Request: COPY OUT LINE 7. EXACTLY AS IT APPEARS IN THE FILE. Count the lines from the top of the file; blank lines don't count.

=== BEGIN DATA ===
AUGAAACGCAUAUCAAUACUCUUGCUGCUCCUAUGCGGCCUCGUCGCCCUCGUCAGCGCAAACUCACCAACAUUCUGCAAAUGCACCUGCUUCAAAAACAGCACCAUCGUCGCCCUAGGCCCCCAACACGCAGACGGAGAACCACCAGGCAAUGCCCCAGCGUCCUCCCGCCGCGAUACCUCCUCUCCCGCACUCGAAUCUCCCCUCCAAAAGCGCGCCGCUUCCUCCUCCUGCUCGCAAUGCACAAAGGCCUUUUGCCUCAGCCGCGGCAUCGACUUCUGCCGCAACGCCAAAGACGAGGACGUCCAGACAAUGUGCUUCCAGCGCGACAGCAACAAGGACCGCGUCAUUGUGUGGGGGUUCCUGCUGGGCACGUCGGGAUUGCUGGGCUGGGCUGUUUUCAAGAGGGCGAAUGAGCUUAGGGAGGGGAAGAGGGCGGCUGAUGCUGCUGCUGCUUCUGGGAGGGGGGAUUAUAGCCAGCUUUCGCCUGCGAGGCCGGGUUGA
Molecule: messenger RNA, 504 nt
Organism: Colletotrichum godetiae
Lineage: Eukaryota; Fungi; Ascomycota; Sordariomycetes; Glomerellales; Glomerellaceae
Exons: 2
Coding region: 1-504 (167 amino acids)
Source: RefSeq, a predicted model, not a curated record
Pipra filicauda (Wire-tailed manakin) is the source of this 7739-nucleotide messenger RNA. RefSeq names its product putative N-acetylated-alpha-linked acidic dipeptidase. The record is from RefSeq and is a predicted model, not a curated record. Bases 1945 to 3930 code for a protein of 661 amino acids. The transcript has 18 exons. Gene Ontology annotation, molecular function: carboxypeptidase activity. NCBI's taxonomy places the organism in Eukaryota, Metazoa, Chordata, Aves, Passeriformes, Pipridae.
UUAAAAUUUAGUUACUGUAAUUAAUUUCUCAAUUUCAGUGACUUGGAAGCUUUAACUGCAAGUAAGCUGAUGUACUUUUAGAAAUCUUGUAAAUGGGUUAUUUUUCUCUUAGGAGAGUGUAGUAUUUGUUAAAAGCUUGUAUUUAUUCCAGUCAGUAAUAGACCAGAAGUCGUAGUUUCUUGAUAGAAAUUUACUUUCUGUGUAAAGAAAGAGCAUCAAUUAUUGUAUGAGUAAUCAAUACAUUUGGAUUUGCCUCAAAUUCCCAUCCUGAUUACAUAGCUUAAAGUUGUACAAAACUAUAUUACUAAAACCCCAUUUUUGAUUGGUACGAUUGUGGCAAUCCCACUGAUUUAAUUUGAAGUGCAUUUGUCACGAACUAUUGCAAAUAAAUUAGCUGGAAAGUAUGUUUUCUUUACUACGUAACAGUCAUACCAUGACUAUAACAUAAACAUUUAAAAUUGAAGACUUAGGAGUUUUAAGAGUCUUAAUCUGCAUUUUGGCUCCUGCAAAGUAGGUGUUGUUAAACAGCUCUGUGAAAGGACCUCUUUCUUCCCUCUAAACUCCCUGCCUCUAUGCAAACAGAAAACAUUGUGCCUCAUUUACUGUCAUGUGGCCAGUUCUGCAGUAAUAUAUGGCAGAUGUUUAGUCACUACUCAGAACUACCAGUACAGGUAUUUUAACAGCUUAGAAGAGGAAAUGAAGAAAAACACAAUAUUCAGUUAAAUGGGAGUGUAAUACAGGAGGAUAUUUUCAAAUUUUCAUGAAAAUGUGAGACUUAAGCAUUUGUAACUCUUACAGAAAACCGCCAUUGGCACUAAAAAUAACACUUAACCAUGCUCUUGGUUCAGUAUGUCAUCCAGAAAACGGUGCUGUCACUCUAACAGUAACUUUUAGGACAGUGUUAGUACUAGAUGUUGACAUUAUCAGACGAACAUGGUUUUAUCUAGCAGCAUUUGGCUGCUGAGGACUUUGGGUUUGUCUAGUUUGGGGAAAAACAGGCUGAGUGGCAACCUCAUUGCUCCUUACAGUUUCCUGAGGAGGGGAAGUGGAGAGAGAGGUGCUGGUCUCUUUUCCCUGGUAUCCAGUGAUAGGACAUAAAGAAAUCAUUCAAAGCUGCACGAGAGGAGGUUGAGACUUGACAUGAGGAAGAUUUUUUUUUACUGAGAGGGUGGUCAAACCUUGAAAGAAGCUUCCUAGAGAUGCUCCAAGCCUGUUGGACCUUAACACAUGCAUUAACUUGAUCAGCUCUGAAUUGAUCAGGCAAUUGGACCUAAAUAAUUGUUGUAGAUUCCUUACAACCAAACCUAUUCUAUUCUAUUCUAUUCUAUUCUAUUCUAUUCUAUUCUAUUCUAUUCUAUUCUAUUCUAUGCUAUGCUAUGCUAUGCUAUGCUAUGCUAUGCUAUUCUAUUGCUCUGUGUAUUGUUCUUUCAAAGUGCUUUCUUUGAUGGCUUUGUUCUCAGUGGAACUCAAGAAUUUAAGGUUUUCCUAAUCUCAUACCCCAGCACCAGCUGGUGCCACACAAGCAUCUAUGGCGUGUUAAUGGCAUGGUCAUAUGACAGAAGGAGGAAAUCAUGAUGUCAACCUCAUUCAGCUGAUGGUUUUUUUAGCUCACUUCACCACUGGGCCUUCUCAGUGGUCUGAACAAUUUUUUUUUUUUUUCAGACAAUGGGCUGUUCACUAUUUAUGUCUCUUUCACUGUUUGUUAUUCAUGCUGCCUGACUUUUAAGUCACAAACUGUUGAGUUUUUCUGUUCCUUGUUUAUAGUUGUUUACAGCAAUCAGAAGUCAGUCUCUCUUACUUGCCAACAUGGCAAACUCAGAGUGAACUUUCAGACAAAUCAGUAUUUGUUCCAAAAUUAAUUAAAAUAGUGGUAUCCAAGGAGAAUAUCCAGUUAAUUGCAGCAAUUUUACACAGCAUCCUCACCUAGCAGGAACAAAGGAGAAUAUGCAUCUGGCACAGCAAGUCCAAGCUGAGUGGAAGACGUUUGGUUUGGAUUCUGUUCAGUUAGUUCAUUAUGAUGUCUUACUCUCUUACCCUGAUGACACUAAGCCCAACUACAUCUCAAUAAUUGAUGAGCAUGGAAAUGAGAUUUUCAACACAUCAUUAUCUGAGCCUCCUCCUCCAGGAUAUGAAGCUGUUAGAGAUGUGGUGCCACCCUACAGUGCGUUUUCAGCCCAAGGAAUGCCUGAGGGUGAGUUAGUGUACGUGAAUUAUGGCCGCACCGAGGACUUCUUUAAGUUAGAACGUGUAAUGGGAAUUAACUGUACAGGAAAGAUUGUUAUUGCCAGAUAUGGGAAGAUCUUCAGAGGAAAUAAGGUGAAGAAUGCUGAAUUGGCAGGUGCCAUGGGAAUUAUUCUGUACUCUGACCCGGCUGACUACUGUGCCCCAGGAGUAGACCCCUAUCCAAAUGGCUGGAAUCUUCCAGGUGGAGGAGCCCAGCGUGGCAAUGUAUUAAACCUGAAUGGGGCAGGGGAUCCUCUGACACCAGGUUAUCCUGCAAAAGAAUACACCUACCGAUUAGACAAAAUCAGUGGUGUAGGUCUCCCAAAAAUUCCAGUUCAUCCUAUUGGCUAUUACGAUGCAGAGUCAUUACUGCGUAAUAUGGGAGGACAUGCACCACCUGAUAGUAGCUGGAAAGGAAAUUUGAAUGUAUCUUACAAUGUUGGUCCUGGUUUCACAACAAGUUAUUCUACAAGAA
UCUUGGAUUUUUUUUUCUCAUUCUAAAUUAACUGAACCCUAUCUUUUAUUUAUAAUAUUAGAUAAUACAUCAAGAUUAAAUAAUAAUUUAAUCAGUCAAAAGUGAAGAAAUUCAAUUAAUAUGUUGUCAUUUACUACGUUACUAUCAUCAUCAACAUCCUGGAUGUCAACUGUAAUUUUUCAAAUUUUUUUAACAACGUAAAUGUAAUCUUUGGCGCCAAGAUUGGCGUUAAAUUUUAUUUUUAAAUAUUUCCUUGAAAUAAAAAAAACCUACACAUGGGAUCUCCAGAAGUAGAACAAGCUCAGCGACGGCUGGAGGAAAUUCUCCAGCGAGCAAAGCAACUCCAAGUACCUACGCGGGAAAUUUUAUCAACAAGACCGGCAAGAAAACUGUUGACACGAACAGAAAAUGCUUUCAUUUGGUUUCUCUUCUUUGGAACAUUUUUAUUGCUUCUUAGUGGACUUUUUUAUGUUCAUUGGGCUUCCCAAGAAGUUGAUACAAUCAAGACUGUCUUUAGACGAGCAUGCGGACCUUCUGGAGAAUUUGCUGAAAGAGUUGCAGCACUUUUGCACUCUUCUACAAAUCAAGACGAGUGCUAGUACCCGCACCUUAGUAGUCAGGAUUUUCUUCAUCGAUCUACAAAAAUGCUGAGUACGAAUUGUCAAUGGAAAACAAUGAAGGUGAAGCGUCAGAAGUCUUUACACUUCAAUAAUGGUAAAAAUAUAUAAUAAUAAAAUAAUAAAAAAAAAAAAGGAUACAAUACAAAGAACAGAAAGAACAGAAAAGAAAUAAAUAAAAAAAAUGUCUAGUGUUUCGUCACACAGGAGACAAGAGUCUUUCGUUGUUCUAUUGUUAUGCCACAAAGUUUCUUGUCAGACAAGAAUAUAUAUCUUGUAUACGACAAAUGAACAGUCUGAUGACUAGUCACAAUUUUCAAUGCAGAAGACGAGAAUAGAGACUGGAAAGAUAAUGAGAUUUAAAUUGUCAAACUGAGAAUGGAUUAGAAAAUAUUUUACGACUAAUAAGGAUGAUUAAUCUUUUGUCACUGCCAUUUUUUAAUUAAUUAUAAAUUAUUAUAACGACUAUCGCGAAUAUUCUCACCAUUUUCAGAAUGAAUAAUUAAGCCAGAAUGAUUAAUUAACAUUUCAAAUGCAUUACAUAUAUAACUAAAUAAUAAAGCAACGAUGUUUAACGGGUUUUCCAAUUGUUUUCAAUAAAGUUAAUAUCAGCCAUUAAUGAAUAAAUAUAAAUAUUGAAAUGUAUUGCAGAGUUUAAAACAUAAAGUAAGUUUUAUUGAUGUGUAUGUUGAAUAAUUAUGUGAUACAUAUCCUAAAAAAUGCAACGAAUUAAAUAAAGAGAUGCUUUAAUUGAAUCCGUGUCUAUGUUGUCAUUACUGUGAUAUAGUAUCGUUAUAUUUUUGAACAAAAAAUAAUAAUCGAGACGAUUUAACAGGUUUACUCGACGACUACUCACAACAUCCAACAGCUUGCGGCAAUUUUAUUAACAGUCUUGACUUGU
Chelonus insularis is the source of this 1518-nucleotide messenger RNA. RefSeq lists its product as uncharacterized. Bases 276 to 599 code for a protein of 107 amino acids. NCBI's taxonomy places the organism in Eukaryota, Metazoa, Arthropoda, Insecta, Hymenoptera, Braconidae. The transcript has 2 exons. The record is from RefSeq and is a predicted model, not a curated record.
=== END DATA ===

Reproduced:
Source: RefSeq, a predicted model, not a curated record